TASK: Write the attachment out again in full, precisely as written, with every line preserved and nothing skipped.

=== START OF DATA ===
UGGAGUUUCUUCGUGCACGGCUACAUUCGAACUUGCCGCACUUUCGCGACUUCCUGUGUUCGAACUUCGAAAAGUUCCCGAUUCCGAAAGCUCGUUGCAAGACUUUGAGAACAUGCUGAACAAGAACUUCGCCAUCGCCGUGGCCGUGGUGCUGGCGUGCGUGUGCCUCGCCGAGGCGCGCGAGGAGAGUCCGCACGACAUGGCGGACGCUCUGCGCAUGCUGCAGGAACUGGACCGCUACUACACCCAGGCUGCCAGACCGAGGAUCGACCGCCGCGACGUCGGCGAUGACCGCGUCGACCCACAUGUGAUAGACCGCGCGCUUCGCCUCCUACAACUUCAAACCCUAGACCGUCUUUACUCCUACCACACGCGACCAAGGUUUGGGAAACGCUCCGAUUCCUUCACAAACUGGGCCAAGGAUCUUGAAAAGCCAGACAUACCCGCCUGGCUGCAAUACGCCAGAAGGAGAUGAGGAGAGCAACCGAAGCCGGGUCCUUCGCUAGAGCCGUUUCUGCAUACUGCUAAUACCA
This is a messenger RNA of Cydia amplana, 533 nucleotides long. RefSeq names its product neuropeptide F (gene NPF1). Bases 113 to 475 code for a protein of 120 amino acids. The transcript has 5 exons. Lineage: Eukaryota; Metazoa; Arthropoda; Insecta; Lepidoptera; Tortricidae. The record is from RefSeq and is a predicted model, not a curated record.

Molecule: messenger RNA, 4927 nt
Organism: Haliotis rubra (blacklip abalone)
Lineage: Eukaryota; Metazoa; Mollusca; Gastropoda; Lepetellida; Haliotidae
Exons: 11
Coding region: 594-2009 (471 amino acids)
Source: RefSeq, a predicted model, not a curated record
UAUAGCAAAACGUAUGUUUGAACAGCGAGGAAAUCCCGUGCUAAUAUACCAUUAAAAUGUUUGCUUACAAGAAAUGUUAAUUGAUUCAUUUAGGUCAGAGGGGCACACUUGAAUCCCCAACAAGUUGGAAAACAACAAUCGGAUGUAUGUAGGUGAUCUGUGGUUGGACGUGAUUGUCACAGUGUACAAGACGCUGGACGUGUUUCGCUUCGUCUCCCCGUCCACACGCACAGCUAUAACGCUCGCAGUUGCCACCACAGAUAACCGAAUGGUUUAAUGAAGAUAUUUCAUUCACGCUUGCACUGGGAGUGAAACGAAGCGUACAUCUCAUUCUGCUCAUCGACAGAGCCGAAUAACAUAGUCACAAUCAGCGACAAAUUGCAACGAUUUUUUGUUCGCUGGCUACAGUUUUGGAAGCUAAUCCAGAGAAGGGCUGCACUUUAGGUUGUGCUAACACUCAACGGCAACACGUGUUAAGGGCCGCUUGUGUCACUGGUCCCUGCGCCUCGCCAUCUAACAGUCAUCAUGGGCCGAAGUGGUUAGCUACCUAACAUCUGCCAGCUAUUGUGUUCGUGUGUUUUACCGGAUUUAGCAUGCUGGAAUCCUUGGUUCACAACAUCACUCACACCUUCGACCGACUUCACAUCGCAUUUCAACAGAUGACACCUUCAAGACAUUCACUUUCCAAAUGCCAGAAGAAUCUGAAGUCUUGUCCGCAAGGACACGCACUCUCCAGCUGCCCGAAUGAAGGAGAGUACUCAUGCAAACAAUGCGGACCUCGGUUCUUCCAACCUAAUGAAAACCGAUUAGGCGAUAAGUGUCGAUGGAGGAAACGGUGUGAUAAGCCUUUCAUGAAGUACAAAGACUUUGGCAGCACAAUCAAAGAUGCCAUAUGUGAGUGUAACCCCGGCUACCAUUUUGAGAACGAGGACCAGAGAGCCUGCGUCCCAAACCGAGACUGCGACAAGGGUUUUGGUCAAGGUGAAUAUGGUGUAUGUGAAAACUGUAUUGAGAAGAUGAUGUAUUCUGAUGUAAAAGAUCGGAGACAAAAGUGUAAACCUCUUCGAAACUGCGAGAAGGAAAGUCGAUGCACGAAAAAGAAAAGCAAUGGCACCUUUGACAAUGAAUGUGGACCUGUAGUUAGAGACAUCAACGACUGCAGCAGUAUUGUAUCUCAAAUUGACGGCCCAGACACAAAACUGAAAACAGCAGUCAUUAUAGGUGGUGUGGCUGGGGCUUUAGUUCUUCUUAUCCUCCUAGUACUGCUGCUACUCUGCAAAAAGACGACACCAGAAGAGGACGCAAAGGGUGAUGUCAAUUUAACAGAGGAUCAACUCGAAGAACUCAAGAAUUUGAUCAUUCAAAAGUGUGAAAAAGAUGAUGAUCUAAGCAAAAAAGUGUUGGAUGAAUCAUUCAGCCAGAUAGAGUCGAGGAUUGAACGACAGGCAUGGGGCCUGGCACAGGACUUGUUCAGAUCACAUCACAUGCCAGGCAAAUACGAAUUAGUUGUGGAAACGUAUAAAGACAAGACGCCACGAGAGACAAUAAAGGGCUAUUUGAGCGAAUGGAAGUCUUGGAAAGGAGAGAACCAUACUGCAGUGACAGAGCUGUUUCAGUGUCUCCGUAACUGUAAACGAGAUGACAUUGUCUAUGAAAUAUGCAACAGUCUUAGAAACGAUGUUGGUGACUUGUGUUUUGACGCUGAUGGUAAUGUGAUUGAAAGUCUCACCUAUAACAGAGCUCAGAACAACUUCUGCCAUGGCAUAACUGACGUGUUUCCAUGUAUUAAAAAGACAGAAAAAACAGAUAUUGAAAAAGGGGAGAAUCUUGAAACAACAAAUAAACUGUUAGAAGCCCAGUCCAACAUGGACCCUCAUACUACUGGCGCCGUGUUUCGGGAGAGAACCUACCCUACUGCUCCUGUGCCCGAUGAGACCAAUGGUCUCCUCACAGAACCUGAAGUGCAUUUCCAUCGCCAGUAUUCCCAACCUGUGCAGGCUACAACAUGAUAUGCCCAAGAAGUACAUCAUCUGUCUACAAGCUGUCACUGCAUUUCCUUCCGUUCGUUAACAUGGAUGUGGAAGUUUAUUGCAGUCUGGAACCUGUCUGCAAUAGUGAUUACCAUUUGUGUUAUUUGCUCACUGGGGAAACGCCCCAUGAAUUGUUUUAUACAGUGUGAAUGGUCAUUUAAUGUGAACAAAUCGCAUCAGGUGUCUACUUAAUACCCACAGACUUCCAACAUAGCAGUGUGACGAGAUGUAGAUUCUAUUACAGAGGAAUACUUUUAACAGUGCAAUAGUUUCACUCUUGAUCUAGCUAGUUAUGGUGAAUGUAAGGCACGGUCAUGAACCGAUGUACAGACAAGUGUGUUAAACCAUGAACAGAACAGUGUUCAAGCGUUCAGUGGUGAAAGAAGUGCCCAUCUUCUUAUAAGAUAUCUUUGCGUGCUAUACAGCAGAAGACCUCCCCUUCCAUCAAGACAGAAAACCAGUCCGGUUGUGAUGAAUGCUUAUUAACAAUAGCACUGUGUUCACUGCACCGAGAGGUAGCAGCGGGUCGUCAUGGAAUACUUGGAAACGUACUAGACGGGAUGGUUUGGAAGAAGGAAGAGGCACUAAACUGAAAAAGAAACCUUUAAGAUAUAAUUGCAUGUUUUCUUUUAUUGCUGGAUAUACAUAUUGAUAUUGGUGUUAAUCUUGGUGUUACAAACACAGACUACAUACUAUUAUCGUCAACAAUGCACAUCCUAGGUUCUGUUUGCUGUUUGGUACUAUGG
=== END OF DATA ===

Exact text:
UGGAGUUUCUUCGUGCACGGCUACAUUCGAACUUGCCGCACUUUCGCGACUUCCUGUGUUCGAACUUCGAAAAGUUCCCGAUUCCGAAAGCUCGUUGCAAGACUUUGAGAACAUGCUGAACAAGAACUUCGCCAUCGCCGUGGCCGUGGUGCUGGCGUGCGUGUGCCUCGCCGAGGCGCGCGAGGAGAGUCCGCACGACAUGGCGGACGCUCUGCGCAUGCUGCAGGAACUGGACCGCUACUACACCCAGGCUGCCAGACCGAGGAUCGACCGCCGCGACGUCGGCGAUGACCGCGUCGACCCACAUGUGAUAGACCGCGCGCUUCGCCUCCUACAACUUCAAACCCUAGACCGUCUUUACUCCUACCACACGCGACCAAGGUUUGGGAAACGCUCCGAUUCCUUCACAAACUGGGCCAAGGAUCUUGAAAAGCCAGACAUACCCGCCUGGCUGCAAUACGCCAGAAGGAGAUGAGGAGAGCAACCGAAGCCGGGUCCUUCGCUAGAGCCGUUUCUGCAUACUGCUAAUACCA
This is a messenger RNA of Cydia amplana, 533 nucleotides long. RefSeq names its product neuropeptide F (gene NPF1). Bases 113 to 475 code for a protein of 120 amino acids. The transcript has 5 exons. Lineage: Eukaryota; Metazoa; Arthropoda; Insecta; Lepidoptera; Tortricidae. The record is from RefSeq and is a predicted model, not a curated record.

Molecule: messenger RNA, 4927 nt
Organism: Haliotis rubra (blacklip abalone)
Lineage: Eukaryota; Metazoa; Mollusca; Gastropoda; Lepetellida; Haliotidae
Exons: 11
Coding region: 594-2009 (471 amino acids)
Source: RefSeq, a predicted model, not a curated record
UAUAGCAAAACGUAUGUUUGAACAGCGAGGAAAUCCCGUGCUAAUAUACCAUUAAAAUGUUUGCUUACAAGAAAUGUUAAUUGAUUCAUUUAGGUCAGAGGGGCACACUUGAAUCCCCAACAAGUUGGAAAACAACAAUCGGAUGUAUGUAGGUGAUCUGUGGUUGGACGUGAUUGUCACAGUGUACAAGACGCUGGACGUGUUUCGCUUCGUCUCCCCGUCCACACGCACAGCUAUAACGCUCGCAGUUGCCACCACAGAUAACCGAAUGGUUUAAUGAAGAUAUUUCAUUCACGCUUGCACUGGGAGUGAAACGAAGCGUACAUCUCAUUCUGCUCAUCGACAGAGCCGAAUAACAUAGUCACAAUCAGCGACAAAUUGCAACGAUUUUUUGUUCGCUGGCUACAGUUUUGGAAGCUAAUCCAGAGAAGGGCUGCACUUUAGGUUGUGCUAACACUCAACGGCAACACGUGUUAAGGGCCGCUUGUGUCACUGGUCCCUGCGCCUCGCCAUCUAACAGUCAUCAUGGGCCGAAGUGGUUAGCUACCUAACAUCUGCCAGCUAUUGUGUUCGUGUGUUUUACCGGAUUUAGCAUGCUGGAAUCCUUGGUUCACAACAUCACUCACACCUUCGACCGACUUCACAUCGCAUUUCAACAGAUGACACCUUCAAGACAUUCACUUUCCAAAUGCCAGAAGAAUCUGAAGUCUUGUCCGCAAGGACACGCACUCUCCAGCUGCCCGAAUGAAGGAGAGUACUCAUGCAAACAAUGCGGACCUCGGUUCUUCCAACCUAAUGAAAACCGAUUAGGCGAUAAGUGUCGAUGGAGGAAACGGUGUGAUAAGCCUUUCAUGAAGUACAAAGACUUUGGCAGCACAAUCAAAGAUGCCAUAUGUGAGUGUAACCCCGGCUACCAUUUUGAGAACGAGGACCAGAGAGCCUGCGUCCCAAACCGAGACUGCGACAAGGGUUUUGGUCAAGGUGAAUAUGGUGUAUGUGAAAACUGUAUUGAGAAGAUGAUGUAUUCUGAUGUAAAAGAUCGGAGACAAAAGUGUAAACCUCUUCGAAACUGCGAGAAGGAAAGUCGAUGCACGAAAAAGAAAAGCAAUGGCACCUUUGACAAUGAAUGUGGACCUGUAGUUAGAGACAUCAACGACUGCAGCAGUAUUGUAUCUCAAAUUGACGGCCCAGACACAAAACUGAAAACAGCAGUCAUUAUAGGUGGUGUGGCUGGGGCUUUAGUUCUUCUUAUCCUCCUAGUACUGCUGCUACUCUGCAAAAAGACGACACCAGAAGAGGACGCAAAGGGUGAUGUCAAUUUAACAGAGGAUCAACUCGAAGAACUCAAGAAUUUGAUCAUUCAAAAGUGUGAAAAAGAUGAUGAUCUAAGCAAAAAAGUGUUGGAUGAAUCAUUCAGCCAGAUAGAGUCGAGGAUUGAACGACAGGCAUGGGGCCUGGCACAGGACUUGUUCAGAUCACAUCACAUGCCAGGCAAAUACGAAUUAGUUGUGGAAACGUAUAAAGACAAGACGCCACGAGAGACAAUAAAGGGCUAUUUGAGCGAAUGGAAGUCUUGGAAAGGAGAGAACCAUACUGCAGUGACAGAGCUGUUUCAGUGUCUCCGUAACUGUAAACGAGAUGACAUUGUCUAUGAAAUAUGCAACAGUCUUAGAAACGAUGUUGGUGACUUGUGUUUUGACGCUGAUGGUAAUGUGAUUGAAAGUCUCACCUAUAACAGAGCUCAGAACAACUUCUGCCAUGGCAUAACUGACGUGUUUCCAUGUAUUAAAAAGACAGAAAAAACAGAUAUUGAAAAAGGGGAGAAUCUUGAAACAACAAAUAAACUGUUAGAAGCCCAGUCCAACAUGGACCCUCAUACUACUGGCGCCGUGUUUCGGGAGAGAACCUACCCUACUGCUCCUGUGCCCGAUGAGACCAAUGGUCUCCUCACAGAACCUGAAGUGCAUUUCCAUCGCCAGUAUUCCCAACCUGUGCAGGCUACAACAUGAUAUGCCCAAGAAGUACAUCAUCUGUCUACAAGCUGUCACUGCAUUUCCUUCCGUUCGUUAACAUGGAUGUGGAAGUUUAUUGCAGUCUGGAACCUGUCUGCAAUAGUGAUUACCAUUUGUGUUAUUUGCUCACUGGGGAAACGCCCCAUGAAUUGUUUUAUACAGUGUGAAUGGUCAUUUAAUGUGAACAAAUCGCAUCAGGUGUCUACUUAAUACCCACAGACUUCCAACAUAGCAGUGUGACGAGAUGUAGAUUCUAUUACAGAGGAAUACUUUUAACAGUGCAAUAGUUUCACUCUUGAUCUAGCUAGUUAUGGUGAAUGUAAGGCACGGUCAUGAACCGAUGUACAGACAAGUGUGUUAAACCAUGAACAGAACAGUGUUCAAGCGUUCAGUGGUGAAAGAAGUGCCCAUCUUCUUAUAAGAUAUCUUUGCGUGCUAUACAGCAGAAGACCUCCCCUUCCAUCAAGACAGAAAACCAGUCCGGUUGUGAUGAAUGCUUAUUAACAAUAGCACUGUGUUCACUGCACCGAGAGGUAGCAGCGGGUCGUCAUGGAAUACUUGGAAACGUACUAGACGGGAUGGUUUGGAAGAAGGAAGAGGCACUAAACUGAAAAAGAAACCUUUAAGAUAUAAUUGCAUGUUUUCUUUUAUUGCUGGAUAUACAUAUUGAUAUUGGUGUUAAUCUUGGUGUUACAAACACAGACUACAUACUAUUAUCGUCAACAAUGCACAUCCUAGGUUCUGUUUGCUGUUUGGUACUAUGG